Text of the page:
Money is needed

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- Credit: Archant

Well, Anne Chapman (Opinion, December 6) has certainly done her research and I have not checked her facts, I assume they are correct.

However, the simple fact is that the National Trust does need to make some financial gain.

When they purchased the land, they could not have foreseen the extent of public use that this area now receives.

I have seen the use increase beyond all expectation in the eight years that I have lived in the area.

This increase in use requires both the National Trust and the farmers to spend increasing amounts to support both the public access and conservation work.


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How do they pay for the surfacing of the car park, the all access pathways out to the cliff, the maintenance of the woodlands and scrub clearance if not through making financial gains in some way?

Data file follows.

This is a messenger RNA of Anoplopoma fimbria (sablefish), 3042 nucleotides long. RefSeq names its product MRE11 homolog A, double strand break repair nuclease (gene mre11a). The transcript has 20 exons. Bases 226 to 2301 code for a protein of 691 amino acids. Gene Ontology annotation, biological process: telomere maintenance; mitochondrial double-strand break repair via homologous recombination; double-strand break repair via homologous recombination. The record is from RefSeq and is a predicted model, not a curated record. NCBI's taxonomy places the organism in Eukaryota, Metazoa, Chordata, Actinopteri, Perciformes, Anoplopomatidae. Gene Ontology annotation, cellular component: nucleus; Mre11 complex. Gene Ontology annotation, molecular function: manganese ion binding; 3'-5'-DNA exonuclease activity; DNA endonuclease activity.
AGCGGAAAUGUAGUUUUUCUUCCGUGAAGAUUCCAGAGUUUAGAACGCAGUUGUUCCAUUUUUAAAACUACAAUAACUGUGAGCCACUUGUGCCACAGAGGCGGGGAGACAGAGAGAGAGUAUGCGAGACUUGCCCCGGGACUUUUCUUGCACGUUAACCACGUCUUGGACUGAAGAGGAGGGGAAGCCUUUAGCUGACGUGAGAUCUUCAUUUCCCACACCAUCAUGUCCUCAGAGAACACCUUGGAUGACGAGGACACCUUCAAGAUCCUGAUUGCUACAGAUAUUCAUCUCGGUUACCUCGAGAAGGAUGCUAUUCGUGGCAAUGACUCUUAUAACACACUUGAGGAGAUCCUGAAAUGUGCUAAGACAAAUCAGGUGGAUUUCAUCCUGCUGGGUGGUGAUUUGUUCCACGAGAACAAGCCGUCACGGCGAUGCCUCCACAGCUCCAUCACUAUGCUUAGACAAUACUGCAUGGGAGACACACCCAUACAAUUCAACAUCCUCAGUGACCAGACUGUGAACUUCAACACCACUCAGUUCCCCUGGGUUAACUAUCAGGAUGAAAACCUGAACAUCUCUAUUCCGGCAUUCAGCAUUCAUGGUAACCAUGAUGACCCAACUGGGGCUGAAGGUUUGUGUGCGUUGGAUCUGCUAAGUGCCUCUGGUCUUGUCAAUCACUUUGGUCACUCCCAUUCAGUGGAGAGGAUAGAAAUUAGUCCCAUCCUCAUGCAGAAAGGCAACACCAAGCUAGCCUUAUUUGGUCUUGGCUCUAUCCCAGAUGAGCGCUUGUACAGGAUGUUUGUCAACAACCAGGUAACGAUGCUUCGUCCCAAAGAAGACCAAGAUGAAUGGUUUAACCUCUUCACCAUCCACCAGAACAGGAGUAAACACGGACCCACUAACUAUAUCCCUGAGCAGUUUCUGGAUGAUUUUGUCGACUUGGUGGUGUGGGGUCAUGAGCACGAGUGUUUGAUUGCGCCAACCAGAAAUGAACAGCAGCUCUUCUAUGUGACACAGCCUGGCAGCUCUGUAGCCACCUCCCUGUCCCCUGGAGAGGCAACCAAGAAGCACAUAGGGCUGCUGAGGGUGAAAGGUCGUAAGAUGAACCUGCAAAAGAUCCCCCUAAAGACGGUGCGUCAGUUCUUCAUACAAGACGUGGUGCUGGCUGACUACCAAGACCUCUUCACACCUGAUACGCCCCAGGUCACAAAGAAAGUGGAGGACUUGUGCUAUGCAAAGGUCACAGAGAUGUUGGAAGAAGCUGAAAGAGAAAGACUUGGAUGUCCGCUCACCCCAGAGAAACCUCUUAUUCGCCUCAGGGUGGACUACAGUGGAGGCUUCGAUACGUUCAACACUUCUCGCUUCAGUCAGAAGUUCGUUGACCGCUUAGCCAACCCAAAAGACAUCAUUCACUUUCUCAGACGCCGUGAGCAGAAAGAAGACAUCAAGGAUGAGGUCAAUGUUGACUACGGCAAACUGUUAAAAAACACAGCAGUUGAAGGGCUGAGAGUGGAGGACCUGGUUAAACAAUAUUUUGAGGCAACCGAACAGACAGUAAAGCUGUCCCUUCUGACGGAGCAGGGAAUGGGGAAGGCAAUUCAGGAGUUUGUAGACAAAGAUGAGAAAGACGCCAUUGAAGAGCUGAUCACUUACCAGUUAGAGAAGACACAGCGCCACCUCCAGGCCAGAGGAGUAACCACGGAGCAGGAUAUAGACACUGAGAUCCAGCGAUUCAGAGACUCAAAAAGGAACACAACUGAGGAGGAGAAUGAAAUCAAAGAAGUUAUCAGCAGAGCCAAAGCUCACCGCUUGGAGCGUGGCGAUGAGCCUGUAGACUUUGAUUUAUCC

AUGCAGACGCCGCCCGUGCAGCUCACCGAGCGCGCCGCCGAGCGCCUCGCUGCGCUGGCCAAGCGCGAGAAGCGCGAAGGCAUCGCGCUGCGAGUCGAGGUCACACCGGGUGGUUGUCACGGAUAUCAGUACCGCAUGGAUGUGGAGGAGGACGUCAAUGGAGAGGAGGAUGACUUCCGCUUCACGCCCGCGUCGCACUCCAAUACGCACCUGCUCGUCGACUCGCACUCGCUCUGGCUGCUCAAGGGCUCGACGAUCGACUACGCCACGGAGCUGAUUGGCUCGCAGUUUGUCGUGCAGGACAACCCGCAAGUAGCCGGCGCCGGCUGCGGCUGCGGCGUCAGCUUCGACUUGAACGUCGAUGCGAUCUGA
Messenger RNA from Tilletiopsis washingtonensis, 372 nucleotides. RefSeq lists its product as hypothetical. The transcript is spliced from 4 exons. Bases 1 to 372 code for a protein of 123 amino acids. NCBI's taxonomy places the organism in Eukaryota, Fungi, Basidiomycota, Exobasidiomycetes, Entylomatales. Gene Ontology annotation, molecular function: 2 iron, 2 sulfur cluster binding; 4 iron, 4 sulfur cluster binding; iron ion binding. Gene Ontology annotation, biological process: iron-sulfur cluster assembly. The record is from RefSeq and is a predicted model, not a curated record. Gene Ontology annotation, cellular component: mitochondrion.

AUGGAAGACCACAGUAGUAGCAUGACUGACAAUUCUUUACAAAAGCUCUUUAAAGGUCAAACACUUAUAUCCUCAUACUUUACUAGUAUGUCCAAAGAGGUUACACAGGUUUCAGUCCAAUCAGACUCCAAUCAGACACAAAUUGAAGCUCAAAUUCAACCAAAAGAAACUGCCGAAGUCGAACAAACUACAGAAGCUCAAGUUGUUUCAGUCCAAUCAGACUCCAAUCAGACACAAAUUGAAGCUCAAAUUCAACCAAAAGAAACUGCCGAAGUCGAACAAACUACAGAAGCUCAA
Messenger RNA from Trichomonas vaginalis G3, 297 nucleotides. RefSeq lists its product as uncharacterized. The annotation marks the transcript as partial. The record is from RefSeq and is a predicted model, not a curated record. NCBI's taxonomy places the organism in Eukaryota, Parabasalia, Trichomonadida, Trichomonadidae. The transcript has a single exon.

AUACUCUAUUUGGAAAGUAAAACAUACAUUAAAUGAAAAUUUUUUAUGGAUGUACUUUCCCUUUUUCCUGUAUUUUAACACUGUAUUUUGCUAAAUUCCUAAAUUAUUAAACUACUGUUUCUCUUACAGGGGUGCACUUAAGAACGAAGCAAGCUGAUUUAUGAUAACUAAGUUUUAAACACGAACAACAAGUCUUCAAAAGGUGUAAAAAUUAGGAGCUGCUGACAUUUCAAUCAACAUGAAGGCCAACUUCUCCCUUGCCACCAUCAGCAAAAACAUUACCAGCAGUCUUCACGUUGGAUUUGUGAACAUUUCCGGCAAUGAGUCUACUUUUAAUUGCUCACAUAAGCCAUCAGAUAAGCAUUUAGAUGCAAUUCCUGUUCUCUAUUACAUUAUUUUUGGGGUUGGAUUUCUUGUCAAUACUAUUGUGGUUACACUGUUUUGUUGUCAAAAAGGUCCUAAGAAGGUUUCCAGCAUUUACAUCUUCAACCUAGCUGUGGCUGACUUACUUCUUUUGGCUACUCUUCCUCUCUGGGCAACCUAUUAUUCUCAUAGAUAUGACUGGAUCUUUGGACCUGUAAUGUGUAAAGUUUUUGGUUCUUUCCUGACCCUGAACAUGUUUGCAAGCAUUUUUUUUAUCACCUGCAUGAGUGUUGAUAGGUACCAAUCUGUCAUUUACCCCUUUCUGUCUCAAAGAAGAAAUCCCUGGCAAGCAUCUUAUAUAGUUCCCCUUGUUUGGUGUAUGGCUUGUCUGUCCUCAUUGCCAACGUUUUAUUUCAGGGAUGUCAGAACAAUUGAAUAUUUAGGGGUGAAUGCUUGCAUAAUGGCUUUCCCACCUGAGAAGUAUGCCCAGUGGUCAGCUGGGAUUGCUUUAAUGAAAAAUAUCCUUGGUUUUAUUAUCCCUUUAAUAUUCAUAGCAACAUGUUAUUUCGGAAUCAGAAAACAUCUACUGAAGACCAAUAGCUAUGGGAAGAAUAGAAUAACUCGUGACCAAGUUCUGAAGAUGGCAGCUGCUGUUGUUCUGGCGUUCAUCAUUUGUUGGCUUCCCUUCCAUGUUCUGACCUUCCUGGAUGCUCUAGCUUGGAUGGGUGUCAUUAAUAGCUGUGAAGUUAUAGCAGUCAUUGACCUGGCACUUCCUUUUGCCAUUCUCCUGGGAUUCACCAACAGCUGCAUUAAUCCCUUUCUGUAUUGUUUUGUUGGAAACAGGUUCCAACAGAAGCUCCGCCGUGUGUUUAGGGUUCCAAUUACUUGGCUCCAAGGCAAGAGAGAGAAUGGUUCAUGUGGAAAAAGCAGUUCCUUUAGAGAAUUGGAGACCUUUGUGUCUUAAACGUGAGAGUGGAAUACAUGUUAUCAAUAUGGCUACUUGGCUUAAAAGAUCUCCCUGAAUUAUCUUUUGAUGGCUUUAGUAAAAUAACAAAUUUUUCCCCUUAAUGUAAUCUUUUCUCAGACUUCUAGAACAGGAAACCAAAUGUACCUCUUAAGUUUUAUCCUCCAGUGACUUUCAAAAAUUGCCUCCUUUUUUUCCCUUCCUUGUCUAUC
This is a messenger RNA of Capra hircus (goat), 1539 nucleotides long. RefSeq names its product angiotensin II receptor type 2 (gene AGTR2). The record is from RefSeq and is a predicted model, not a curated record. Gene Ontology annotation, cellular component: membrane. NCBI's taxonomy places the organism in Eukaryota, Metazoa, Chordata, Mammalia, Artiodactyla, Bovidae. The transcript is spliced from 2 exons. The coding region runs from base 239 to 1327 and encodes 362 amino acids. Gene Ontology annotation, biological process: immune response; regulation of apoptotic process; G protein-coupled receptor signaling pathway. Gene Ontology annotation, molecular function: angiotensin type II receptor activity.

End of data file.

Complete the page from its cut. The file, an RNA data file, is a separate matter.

Whatever changes were implemented some people would object.

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I guess the National Trust could introduce parking charges or set up a campsite for the whole of the summer.

Instead they are looking at a campsite for just one week of the year, organised by a group that share their environmental objectives that will have a very minimal and short impact upon the tranquil and beautiful location.

Any financial gain will help them to protect the natural environment and historic buildings in their care, because they certainly don’t receive enough through general donations to provide what the public expect from them.

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